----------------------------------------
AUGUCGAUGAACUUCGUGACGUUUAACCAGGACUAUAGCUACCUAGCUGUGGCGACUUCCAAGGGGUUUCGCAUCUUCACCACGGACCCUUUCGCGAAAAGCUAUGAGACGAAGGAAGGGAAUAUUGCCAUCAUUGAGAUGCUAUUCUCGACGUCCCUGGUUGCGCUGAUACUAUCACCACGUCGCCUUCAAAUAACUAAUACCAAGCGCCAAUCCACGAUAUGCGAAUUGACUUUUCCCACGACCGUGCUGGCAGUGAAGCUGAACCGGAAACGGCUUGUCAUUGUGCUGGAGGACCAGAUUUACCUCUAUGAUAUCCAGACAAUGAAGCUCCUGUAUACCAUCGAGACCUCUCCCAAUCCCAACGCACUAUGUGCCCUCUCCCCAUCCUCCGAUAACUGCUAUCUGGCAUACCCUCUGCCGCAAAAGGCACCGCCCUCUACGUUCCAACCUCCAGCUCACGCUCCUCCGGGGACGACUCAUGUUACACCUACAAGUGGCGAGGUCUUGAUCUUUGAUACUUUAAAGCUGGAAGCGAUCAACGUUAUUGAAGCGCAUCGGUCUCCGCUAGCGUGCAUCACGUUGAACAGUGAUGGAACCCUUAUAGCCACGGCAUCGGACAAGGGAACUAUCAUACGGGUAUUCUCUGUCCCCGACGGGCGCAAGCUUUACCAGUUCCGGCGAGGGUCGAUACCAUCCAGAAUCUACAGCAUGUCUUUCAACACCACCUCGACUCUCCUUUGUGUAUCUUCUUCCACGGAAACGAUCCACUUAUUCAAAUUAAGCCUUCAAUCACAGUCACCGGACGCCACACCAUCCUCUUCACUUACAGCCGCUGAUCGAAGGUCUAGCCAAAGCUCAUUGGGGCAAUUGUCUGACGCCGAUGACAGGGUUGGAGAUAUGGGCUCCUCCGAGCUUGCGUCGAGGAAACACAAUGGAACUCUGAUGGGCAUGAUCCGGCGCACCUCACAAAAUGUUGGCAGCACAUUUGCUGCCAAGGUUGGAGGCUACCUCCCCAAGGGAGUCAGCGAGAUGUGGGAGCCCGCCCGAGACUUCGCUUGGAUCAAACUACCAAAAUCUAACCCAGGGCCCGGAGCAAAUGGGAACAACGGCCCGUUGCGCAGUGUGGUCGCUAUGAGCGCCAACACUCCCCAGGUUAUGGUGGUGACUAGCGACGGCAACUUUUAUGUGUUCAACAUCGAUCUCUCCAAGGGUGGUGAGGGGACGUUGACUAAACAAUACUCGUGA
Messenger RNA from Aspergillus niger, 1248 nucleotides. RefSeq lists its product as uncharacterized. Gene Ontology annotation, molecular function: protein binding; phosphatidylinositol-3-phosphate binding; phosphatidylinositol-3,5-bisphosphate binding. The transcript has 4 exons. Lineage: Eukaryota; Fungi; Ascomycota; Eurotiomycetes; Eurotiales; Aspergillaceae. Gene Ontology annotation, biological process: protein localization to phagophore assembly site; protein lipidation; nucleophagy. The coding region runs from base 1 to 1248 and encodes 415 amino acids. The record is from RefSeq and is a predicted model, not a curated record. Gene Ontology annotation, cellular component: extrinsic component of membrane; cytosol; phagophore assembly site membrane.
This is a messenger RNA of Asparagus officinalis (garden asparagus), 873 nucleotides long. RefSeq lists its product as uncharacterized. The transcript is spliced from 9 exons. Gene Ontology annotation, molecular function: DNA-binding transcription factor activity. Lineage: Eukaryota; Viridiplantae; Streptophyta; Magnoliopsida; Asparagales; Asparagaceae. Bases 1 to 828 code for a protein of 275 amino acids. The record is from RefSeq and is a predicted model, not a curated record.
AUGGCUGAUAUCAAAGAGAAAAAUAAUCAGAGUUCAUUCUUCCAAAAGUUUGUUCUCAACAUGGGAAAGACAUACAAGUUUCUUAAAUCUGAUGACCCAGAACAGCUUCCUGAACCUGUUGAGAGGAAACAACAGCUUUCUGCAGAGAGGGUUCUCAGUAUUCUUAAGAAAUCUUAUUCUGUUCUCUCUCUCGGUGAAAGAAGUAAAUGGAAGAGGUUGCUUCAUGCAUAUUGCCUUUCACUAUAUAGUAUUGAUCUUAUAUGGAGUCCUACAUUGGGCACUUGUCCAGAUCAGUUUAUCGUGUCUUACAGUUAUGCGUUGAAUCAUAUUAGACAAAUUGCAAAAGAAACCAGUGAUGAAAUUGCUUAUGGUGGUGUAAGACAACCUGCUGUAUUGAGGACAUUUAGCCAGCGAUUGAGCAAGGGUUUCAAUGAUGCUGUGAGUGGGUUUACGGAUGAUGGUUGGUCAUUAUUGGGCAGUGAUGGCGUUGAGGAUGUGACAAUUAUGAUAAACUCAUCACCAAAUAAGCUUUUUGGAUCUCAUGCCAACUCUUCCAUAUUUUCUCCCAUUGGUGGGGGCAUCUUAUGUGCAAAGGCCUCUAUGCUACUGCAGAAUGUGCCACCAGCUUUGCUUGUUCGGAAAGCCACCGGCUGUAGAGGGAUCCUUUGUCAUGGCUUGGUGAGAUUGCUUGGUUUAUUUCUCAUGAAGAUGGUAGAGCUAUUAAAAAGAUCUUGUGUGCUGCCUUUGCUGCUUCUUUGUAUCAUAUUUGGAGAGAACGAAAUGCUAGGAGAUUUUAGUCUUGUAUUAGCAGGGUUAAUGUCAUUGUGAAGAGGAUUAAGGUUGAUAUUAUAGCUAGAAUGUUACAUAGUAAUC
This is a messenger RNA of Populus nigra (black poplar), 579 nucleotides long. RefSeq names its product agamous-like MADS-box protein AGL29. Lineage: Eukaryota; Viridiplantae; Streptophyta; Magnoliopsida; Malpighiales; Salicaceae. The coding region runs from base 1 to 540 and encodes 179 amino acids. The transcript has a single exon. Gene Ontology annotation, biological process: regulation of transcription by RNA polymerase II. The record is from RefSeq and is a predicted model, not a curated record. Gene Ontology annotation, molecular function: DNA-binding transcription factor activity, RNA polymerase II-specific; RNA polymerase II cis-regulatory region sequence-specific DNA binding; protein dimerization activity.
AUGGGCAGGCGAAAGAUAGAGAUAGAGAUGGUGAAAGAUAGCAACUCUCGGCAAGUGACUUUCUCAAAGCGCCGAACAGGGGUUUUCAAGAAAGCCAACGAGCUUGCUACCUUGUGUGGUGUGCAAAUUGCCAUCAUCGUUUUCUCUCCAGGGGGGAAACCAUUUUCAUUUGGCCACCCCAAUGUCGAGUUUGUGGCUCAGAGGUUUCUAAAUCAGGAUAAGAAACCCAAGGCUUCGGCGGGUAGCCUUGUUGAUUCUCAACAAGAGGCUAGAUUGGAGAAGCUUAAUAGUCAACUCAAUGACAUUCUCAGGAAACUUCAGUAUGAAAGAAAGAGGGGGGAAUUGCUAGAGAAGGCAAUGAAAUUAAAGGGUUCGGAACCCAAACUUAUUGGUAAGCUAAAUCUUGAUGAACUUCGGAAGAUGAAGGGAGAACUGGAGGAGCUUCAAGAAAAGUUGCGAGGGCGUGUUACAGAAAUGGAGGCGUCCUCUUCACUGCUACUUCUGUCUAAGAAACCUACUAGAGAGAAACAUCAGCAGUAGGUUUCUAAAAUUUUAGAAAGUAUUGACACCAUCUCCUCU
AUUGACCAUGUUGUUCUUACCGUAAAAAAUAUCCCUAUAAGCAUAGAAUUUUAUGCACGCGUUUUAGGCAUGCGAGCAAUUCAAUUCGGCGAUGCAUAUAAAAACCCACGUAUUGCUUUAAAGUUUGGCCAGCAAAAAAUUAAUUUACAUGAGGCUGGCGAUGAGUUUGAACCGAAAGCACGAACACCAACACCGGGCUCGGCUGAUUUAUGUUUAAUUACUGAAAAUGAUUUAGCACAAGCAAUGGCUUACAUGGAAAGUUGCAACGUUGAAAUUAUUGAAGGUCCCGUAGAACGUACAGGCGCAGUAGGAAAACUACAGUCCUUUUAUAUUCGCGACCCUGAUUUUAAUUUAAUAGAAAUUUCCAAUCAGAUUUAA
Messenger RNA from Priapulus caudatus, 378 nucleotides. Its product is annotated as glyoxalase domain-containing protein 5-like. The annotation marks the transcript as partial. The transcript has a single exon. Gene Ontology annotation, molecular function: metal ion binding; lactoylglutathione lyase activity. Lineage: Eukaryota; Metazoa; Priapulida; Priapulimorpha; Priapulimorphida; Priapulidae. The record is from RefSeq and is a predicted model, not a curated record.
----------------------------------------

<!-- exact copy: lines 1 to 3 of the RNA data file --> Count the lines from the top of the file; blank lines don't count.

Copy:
AUGUCGAUGAACUUCGUGACGUUUAACCAGGACUAUAGCUACCUAGCUGUGGCGACUUCCAAGGGGUUUCGCAUCUUCACCACGGACCCUUUCGCGAAAAGCUAUGAGACGAAGGAAGGGAAUAUUGCCAUCAUUGAGAUGCUAUUCUCGACGUCCCUGGUUGCGCUGAUACUAUCACCACGUCGCCUUCAAAUAACUAAUACCAAGCGCCAAUCCACGAUAUGCGAAUUGACUUUUCCCACGACCGUGCUGGCAGUGAAGCUGAACCGGAAACGGCUUGUCAUUGUGCUGGAGGACCAGAUUUACCUCUAUGAUAUCCAGACAAUGAAGCUCCUGUAUACCAUCGAGACCUCUCCCAAUCCCAACGCACUAUGUGCCCUCUCCCCAUCCUCCGAUAACUGCUAUCUGGCAUACCCUCUGCCGCAAAAGGCACCGCCCUCUACGUUCCAACCUCCAGCUCACGCUCCUCCGGGGACGACUCAUGUUACACCUACAAGUGGCGAGGUCUUGAUCUUUGAUACUUUAAAGCUGGAAGCGAUCAACGUUAUUGAAGCGCAUCGGUCUCCGCUAGCGUGCAUCACGUUGAACAGUGAUGGAACCCUUAUAGCCACGGCAUCGGACAAGGGAACUAUCAUACGGGUAUUCUCUGUCCCCGACGGGCGCAAGCUUUACCAGUUCCGGCGAGGGUCGAUACCAUCCAGAAUCUACAGCAUGUCUUUCAACACCACCUCGACUCUCCUUUGUGUAUCUUCUUCCACGGAAACGAUCCACUUAUUCAAAUUAAGCCUUCAAUCACAGUCACCGGACGCCACACCAUCCUCUUCACUUACAGCCGCUGAUCGAAGGUCUAGCCAAAGCUCAUUGGGGCAAUUGUCUGACGCCGAUGACAGGGUUGGAGAUAUGGGCUCCUCCGAGCUUGCGUCGAGGAAACACAAUGGAACUCUGAUGGGCAUGAUCCGGCGCACCUCACAAAAUGUUGGCAGCACAUUUGCUGCCAAGGUUGGAGGCUACCUCCCCAAGGGAGUCAGCGAGAUGUGGGAGCCCGCCCGAGACUUCGCUUGGAUCAAACUACCAAAAUCUAACCCAGGGCCCGGAGCAAAUGGGAACAACGGCCCGUUGCGCAGUGUGGUCGCUAUGAGCGCCAACACUCCCCAGGUUAUGGUGGUGACUAGCGACGGCAACUUUUAUGUGUUCAACAUCGAUCUCUCCAAGGGUGGUGAGGGGACGUUGACUAAACAAUACUCGUGA
Messenger RNA from Aspergillus niger, 1248 nucleotides. RefSeq lists its product as uncharacterized. Gene Ontology annotation, molecular function: protein binding; phosphatidylinositol-3-phosphate binding; phosphatidylinositol-3,5-bisphosphate binding. The transcript has 4 exons. Lineage: Eukaryota; Fungi; Ascomycota; Eurotiomycetes; Eurotiales; Aspergillaceae. Gene Ontology annotation, biological process: protein localization to phagophore assembly site; protein lipidation; nucleophagy. The coding region runs from base 1 to 1248 and encodes 415 amino acids. The record is from RefSeq and is a predicted model, not a curated record. Gene Ontology annotation, cellular component: extrinsic component of membrane; cytosol; phagophore assembly site membrane.
This is a messenger RNA of Asparagus officinalis (garden asparagus), 873 nucleotides long. RefSeq lists its product as uncharacterized. The transcript is spliced from 9 exons. Gene Ontology annotation, molecular function: DNA-binding transcription factor activity. Lineage: Eukaryota; Viridiplantae; Streptophyta; Magnoliopsida; Asparagales; Asparagaceae. Bases 1 to 828 code for a protein of 275 amino acids. The record is from RefSeq and is a predicted model, not a curated record.